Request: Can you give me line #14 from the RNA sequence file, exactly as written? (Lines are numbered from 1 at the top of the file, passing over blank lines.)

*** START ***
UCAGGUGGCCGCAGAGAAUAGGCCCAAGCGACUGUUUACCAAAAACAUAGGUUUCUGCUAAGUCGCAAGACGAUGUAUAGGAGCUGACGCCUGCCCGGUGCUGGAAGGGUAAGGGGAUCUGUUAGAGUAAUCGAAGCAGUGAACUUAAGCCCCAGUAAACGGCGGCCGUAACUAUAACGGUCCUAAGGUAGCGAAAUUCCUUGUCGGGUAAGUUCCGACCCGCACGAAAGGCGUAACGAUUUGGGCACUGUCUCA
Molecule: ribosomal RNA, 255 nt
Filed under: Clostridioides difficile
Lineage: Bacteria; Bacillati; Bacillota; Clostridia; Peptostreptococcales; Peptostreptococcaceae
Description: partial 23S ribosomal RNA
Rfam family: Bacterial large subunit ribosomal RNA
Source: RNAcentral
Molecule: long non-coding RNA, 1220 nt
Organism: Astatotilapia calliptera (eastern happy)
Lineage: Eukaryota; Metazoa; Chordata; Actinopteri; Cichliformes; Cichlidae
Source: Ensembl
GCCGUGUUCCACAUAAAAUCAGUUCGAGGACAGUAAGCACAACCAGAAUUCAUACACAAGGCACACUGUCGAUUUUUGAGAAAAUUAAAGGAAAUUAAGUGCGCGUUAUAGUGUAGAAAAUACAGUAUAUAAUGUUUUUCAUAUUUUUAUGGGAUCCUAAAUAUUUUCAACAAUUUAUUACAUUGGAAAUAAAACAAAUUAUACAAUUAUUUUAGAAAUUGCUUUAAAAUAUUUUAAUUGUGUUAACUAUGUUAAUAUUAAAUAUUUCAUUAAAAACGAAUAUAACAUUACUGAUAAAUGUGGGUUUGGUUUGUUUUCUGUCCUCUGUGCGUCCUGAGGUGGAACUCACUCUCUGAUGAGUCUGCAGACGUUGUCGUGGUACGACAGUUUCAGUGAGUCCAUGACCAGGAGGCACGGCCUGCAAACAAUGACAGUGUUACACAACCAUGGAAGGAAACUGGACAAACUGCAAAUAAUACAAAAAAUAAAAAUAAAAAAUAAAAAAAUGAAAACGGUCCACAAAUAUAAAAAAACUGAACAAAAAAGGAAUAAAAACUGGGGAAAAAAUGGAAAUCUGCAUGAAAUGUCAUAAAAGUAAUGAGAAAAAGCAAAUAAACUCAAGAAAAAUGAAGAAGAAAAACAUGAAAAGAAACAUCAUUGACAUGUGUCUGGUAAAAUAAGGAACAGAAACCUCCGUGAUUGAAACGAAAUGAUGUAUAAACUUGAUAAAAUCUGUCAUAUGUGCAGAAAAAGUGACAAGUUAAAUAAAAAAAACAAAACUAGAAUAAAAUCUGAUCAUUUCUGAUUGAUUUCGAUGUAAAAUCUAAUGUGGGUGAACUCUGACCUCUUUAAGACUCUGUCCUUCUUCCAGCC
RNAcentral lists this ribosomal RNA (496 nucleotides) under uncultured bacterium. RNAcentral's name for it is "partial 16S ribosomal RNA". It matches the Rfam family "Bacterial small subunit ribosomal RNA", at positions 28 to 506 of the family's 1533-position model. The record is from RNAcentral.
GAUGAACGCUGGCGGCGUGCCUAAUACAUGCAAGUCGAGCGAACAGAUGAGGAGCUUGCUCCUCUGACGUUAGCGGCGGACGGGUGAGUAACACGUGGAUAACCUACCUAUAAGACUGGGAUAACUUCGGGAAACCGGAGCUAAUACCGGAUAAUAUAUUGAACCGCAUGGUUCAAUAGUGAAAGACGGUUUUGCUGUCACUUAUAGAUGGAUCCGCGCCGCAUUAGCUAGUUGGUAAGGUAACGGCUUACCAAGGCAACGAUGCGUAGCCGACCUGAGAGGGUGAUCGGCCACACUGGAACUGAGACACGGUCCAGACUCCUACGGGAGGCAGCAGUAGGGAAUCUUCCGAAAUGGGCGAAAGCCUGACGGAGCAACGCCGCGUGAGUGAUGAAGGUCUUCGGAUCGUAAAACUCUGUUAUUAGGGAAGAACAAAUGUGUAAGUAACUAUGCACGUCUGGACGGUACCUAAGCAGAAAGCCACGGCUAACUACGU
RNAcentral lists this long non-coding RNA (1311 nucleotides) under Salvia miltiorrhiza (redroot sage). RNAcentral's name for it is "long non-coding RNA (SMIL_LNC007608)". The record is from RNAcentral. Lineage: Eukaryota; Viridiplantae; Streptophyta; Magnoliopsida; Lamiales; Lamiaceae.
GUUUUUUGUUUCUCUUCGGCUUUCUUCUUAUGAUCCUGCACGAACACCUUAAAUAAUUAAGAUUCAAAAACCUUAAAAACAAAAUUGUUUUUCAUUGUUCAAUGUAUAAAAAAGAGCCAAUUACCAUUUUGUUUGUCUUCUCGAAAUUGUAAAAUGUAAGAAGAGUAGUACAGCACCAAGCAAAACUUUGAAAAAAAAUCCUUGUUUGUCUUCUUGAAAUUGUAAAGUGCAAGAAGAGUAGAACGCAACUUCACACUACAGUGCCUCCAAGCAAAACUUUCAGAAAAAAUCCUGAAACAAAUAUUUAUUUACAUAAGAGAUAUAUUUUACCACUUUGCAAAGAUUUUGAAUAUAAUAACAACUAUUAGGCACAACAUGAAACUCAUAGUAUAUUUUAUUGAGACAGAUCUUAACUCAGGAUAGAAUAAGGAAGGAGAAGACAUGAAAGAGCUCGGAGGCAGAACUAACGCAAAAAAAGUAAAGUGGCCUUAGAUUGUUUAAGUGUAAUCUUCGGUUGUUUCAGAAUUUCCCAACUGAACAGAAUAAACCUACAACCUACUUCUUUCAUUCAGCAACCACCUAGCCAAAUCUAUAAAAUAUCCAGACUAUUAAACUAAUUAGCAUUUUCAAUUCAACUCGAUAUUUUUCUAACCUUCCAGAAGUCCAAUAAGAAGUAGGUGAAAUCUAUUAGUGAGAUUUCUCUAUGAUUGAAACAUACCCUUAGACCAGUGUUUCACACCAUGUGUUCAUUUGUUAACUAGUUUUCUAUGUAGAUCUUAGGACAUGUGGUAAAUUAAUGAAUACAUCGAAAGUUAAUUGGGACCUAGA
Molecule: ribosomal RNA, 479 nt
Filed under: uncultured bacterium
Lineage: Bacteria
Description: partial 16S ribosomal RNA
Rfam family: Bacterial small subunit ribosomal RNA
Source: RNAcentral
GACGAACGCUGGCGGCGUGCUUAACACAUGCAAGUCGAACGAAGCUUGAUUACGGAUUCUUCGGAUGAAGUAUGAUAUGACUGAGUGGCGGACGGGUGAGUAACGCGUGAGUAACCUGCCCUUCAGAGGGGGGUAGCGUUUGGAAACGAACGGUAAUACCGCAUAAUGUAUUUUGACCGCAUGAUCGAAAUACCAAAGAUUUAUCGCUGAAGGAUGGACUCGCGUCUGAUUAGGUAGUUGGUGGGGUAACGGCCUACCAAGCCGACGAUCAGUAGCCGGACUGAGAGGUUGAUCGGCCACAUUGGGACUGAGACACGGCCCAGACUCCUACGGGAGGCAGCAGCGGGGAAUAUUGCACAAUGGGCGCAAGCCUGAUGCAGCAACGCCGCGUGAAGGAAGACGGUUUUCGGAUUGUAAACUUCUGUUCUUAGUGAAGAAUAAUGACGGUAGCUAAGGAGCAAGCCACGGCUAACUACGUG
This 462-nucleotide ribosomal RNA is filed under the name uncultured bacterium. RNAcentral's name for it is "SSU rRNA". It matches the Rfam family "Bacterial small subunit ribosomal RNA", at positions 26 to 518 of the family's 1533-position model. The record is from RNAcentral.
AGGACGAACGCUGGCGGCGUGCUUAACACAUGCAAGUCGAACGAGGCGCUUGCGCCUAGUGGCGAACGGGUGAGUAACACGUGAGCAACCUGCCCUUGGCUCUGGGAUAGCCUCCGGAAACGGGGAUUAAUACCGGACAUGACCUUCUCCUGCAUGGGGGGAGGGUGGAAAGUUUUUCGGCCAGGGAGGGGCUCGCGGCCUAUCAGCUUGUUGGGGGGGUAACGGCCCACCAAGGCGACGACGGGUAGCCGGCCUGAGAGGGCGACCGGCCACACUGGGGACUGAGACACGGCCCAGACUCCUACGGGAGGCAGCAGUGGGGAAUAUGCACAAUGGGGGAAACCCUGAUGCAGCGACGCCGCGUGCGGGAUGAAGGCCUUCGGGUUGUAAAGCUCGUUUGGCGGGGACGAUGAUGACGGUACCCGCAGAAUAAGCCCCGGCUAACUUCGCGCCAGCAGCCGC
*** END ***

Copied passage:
GAUGAACGCUGGCGGCGUGCCUAAUACAUGCAAGUCGAGCGAACAGAUGAGGAGCUUGCUCCUCUGACGUUAGCGGCGGACGGGUGAGUAACACGUGGAUAACCUACCUAUAAGACUGGGAUAACUUCGGGAAACCGGAGCUAAUACCGGAUAAUAUAUUGAACCGCAUGGUUCAAUAGUGAAAGACGGUUUUGCUGUCACUUAUAGAUGGAUCCGCGCCGCAUUAGCUAGUUGGUAAGGUAACGGCUUACCAAGGCAACGAUGCGUAGCCGACCUGAGAGGGUGAUCGGCCACACUGGAACUGAGACACGGUCCAGACUCCUACGGGAGGCAGCAGUAGGGAAUCUUCCGAAAUGGGCGAAAGCCUGACGGAGCAACGCCGCGUGAGUGAUGAAGGUCUUCGGAUCGUAAAACUCUGUUAUUAGGGAAGAACAAAUGUGUAAGUAACUAUGCACGUCUGGACGGUACCUAAGCAGAAAGCCACGGCUAACUACGU